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Is my soldering iron powerful enough?

Discussion in 'The DIY Tool Shed' started by BazC, Jun 25, 2014.

  1. metecem

    metecem Friend of Leo's

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    +1

    The side does the trick. Take your time and wait till the tip is hot and use the side. Heat the joint first and then apply solder and Bob's your uncle...
     
  2. Nick JD

    Nick JD Doctor of Teleocity Ad Free Member

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    YES! I bolded it for emphasis.

    Mine takes forever to get properly hot (like 15 minutes), it needs to be cranked to work.
     
  3. Tonetele

    Tonetele Poster Extraordinaire

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    +1 to Nick's comments, I use a 40 watt soldering iron ample, less would be okay JMHO.
     
  4. Tom Pettingill

    Tom Pettingill Tele-Holic

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    I remember those dark days from the long ago. I bought my Hakko 936 station around 15 years ago and its been a joy to use. The ceramic heater in it heats the tip up in under a minute and can hold a steady temperature within + / - a couple degrees of the set point. Thats not to say you can't get the job done with lesser equipment, just that I think its the best $100 I've spent on tools in a long time.
     
  5. Daverius

    Daverius Tele-Meister

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    +1 on the solder hot & fast. Do it quick and the pot ( or cap or etc.) never gets the chance to heat up.
    +1 on the Hakko
     
  6. Richard Guy

    Richard Guy TDPRI Member

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    Go 40.
     
  7. ItchyFingers

    ItchyFingers Tele-Afflicted

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    I use a 140/100 weller gun for everything but plumbing.
    It has enough poop to heat frets for removal and quite fine for wiring and pots.
    Optimally a small pencil one would be nice for smaller wiring and a medium and large one for bigger wiring and pots But the 140/100 watt Weller does the job pretty darn well. It has lasted for a long long time with only one tip change which are available anywhere.
     
  8. cap47

    cap47 Tele-Holic

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    Irons with screw in tips need tips to be removed now and then to clean the threads so the heat doesn't have to transfer thru carbon buildup. If your iron seems slow to heat clean the threads for better heat transfer. The coated buildup is like a resistor.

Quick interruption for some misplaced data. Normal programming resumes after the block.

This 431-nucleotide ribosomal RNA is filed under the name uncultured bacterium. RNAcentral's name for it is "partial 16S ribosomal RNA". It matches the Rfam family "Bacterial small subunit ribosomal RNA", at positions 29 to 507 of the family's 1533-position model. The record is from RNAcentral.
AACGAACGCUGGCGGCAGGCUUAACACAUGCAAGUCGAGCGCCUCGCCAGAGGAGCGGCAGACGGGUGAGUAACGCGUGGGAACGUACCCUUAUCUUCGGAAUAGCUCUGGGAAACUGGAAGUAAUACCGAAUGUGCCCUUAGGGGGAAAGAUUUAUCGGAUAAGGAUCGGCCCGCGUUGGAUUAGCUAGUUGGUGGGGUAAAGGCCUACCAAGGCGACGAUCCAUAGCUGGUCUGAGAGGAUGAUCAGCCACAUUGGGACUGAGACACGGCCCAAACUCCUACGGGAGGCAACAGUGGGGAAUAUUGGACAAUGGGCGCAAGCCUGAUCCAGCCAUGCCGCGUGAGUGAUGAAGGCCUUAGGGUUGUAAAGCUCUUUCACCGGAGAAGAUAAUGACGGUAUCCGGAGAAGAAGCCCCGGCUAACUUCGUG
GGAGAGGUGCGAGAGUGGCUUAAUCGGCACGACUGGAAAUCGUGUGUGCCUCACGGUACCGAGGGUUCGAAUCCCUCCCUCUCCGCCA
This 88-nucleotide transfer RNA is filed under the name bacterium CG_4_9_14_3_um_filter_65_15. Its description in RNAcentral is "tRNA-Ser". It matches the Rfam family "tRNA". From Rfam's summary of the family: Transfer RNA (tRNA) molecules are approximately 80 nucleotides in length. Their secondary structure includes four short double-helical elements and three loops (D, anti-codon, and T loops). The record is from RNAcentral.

9. BazC

    BazC TDPRI Member

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    Sorry I hadn't replied I didn't realise there'd been more replies. All your tips are greatly appreciated, thanks!
     
  10. PhatBoy

    PhatBoy Tele-Afflicted

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    Quick Q":

    What if the pot is old/oxidized?
    &
    I have a gun, but I can't relay say how hot it gets. How do you measure?

    Edited to Add:
    Don'tcha hate it when the "Age" field updates?
     
  11. Mr. Lumbergh

    Mr. Lumbergh Poster Extraordinaire

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    I second the 40. You wanna be able to get on and back off, so it has to be nice and hot, but not so much that you roast your components. 40W has always been about right for me.
     
  12. Nick JD

    Nick JD Doctor of Teleocity Ad Free Member

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    You should always be connecting metals (well, any material) with a freshly prepared surface. Oxidation is the enemy of any joint and doesn't just happen to metals. I sand with 220 grit before tinning the back of pots, and have scraped with a razor before. Gotta be shiny.

    I think if you put solder on the tip of the iron and it instantly melts, it's hot enough.
     
  13. Erwin

    Erwin Tele-Meister

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    They all get about the same temperature. Higher wattage increases the capacity to keep the temp right when soldering bigger pieces together. A 150 W iron will let you solder big pieces like plumbing and so, a 15W or 20W pencil will struggle to solder anything bigger than a resistor or cap.

    Generally a 30 or 40 W one will be enough for all guitar related work. A gun will do nicely as long as you do not use it near the pick-ups like covers or so. They have a magnetic field that can damage the magnets of the pick-up.
     
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